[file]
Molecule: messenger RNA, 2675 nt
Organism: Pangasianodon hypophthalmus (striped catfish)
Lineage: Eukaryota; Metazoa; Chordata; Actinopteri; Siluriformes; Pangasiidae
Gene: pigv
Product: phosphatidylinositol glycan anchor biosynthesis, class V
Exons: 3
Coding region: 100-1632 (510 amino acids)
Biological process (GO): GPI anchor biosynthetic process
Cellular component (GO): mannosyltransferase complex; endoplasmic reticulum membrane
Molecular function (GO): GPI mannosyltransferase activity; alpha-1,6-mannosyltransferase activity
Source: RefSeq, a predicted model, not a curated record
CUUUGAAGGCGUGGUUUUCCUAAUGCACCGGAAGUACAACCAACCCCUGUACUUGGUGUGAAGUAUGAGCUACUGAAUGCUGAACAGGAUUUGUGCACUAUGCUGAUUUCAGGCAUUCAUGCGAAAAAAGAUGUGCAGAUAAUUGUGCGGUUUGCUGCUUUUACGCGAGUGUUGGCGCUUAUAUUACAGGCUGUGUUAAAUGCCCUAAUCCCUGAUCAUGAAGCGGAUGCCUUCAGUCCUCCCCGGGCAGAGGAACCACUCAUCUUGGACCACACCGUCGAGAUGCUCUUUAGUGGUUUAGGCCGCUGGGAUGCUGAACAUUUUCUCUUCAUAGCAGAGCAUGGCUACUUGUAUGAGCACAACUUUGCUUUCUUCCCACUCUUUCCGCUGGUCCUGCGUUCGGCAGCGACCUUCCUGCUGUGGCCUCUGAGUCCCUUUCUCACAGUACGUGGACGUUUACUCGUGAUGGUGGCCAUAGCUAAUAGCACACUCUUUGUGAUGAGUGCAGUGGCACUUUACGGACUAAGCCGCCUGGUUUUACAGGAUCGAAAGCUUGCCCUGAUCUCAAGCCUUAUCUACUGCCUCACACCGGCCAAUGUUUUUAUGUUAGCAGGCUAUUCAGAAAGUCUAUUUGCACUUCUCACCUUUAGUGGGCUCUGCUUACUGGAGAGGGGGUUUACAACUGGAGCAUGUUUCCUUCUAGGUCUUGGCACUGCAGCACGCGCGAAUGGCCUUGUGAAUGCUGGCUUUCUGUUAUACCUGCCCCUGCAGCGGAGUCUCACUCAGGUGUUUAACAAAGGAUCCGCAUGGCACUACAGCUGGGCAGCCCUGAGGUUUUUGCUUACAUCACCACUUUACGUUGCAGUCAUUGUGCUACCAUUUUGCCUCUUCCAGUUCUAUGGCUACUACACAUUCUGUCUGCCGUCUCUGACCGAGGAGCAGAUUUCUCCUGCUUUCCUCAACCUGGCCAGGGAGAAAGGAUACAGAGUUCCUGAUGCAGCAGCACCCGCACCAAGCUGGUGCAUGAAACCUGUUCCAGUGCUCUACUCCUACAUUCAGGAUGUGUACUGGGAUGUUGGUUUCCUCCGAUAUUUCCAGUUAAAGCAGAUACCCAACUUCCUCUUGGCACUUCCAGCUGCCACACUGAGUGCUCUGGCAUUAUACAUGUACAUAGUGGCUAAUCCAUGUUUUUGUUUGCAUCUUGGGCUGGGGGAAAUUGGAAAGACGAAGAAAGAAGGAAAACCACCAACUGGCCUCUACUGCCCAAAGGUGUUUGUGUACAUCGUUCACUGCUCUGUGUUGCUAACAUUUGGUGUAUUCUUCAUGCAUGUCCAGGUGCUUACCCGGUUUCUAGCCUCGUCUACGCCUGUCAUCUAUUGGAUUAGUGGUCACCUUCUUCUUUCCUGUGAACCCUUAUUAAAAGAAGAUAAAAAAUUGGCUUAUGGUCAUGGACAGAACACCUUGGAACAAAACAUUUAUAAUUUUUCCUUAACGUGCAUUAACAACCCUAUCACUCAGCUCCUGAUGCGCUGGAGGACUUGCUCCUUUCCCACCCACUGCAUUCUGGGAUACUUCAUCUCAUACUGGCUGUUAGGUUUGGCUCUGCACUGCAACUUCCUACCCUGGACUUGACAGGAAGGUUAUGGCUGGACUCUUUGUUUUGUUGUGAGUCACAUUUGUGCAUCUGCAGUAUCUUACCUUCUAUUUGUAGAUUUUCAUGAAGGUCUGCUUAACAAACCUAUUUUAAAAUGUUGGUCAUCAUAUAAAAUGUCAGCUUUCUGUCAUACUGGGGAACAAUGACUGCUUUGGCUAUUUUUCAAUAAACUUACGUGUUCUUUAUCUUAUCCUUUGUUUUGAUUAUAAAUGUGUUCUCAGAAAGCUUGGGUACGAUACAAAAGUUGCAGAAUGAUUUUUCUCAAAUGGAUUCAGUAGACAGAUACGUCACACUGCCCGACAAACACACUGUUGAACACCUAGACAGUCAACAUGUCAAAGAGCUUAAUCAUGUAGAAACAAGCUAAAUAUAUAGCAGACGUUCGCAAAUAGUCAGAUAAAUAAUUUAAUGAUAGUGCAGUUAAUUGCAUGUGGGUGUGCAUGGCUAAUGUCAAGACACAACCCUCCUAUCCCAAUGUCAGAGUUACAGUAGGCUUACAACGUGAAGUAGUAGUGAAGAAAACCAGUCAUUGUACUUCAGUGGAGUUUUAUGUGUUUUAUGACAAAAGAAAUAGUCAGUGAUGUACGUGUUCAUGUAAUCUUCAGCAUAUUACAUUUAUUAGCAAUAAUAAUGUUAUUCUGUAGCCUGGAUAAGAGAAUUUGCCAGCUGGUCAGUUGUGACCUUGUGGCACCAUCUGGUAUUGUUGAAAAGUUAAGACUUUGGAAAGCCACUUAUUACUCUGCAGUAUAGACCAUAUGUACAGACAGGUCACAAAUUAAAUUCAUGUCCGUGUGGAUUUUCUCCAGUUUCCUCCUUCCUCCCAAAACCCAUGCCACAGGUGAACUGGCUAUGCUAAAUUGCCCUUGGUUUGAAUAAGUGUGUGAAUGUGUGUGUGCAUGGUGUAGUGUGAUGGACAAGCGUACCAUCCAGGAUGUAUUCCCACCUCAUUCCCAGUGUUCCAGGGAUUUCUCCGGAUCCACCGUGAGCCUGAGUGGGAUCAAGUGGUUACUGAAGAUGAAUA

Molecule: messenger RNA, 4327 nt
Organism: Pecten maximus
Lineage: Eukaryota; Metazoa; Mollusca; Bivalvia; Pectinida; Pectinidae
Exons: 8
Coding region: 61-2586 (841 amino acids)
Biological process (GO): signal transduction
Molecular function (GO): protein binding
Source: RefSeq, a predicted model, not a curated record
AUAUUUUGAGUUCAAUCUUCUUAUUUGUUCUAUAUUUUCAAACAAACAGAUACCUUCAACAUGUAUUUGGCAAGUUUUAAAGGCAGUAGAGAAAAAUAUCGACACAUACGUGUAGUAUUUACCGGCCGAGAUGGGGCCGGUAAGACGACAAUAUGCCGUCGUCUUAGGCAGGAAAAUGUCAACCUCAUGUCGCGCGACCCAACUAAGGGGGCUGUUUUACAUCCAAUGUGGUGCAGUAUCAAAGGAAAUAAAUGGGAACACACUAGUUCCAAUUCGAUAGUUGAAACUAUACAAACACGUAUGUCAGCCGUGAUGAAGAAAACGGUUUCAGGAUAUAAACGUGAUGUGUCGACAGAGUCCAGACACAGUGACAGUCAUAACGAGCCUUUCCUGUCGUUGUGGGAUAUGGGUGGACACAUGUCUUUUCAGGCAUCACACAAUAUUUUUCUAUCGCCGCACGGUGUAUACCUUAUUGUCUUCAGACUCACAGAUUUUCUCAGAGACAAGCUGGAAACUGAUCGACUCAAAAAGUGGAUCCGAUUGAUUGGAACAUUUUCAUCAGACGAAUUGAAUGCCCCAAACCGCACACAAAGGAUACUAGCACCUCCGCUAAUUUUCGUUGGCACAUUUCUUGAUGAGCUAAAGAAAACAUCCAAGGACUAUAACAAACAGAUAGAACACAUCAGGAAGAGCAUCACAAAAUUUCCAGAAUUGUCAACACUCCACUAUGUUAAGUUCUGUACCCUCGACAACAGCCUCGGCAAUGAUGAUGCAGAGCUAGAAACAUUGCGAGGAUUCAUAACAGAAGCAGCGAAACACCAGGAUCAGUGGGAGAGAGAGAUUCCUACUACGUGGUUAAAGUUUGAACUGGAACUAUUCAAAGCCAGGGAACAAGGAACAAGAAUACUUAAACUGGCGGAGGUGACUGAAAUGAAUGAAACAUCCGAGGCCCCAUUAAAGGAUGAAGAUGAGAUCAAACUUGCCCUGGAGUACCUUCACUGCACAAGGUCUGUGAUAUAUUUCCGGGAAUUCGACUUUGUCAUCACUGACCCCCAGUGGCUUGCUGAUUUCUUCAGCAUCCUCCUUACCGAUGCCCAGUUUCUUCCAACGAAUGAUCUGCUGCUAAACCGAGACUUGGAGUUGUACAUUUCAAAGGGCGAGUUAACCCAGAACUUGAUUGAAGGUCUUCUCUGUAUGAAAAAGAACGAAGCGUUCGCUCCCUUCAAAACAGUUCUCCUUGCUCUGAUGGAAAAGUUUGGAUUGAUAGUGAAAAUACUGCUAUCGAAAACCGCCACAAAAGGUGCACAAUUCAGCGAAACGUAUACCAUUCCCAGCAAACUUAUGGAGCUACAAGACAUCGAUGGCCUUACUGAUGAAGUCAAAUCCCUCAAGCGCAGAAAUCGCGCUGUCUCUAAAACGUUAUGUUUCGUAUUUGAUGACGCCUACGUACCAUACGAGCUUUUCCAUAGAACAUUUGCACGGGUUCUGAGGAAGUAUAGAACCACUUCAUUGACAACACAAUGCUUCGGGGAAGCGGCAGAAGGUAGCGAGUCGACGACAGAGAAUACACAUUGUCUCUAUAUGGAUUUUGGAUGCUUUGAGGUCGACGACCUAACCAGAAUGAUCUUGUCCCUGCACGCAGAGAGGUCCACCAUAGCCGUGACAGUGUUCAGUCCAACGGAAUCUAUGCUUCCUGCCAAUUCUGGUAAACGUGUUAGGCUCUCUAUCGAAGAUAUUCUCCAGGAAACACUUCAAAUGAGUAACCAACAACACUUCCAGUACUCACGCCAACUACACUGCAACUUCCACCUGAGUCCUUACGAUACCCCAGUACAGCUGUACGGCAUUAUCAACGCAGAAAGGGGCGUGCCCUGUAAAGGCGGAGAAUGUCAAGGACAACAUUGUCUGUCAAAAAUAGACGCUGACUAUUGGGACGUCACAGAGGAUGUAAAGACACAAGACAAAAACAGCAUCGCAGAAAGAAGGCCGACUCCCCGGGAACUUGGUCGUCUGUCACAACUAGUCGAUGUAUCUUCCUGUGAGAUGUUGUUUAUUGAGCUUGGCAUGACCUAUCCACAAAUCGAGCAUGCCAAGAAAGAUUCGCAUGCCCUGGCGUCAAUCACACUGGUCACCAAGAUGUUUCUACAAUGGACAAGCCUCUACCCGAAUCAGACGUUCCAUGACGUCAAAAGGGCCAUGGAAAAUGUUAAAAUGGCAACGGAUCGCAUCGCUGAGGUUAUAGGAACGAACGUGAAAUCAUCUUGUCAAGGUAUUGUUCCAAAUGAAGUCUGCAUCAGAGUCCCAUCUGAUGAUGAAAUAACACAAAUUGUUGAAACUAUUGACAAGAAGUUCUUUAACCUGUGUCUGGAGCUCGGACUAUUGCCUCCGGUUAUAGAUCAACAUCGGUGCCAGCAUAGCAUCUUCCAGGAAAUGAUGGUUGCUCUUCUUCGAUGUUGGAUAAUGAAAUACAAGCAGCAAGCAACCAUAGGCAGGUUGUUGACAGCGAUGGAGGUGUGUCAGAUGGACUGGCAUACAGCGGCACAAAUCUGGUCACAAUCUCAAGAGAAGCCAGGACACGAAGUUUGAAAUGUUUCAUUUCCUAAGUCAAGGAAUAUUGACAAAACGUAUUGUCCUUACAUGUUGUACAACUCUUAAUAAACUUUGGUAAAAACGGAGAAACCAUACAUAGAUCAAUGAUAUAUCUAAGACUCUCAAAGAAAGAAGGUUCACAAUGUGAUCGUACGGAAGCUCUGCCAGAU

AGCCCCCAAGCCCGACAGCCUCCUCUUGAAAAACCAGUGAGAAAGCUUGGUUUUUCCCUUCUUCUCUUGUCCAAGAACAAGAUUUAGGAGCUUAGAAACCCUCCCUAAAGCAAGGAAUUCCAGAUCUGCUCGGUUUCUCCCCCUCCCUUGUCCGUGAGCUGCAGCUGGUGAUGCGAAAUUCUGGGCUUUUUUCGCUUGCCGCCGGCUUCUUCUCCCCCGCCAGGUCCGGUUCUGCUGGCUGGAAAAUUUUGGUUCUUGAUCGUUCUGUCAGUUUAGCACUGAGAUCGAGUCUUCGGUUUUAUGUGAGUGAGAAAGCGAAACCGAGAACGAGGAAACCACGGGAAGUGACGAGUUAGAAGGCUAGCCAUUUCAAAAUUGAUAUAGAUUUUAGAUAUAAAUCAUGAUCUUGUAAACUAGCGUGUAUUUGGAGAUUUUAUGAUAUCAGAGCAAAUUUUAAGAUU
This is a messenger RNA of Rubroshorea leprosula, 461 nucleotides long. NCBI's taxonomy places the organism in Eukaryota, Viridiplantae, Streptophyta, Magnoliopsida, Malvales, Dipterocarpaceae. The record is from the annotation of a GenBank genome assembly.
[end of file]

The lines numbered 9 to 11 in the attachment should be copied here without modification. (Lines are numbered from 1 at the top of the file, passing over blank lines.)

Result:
Cellular component (GO): mannosyltransferase complex; endoplasmic reticulum membrane
Molecular function (GO): GPI mannosyltransferase activity; alpha-1,6-mannosyltransferase activity
Source: RefSeq, a predicted model, not a curated record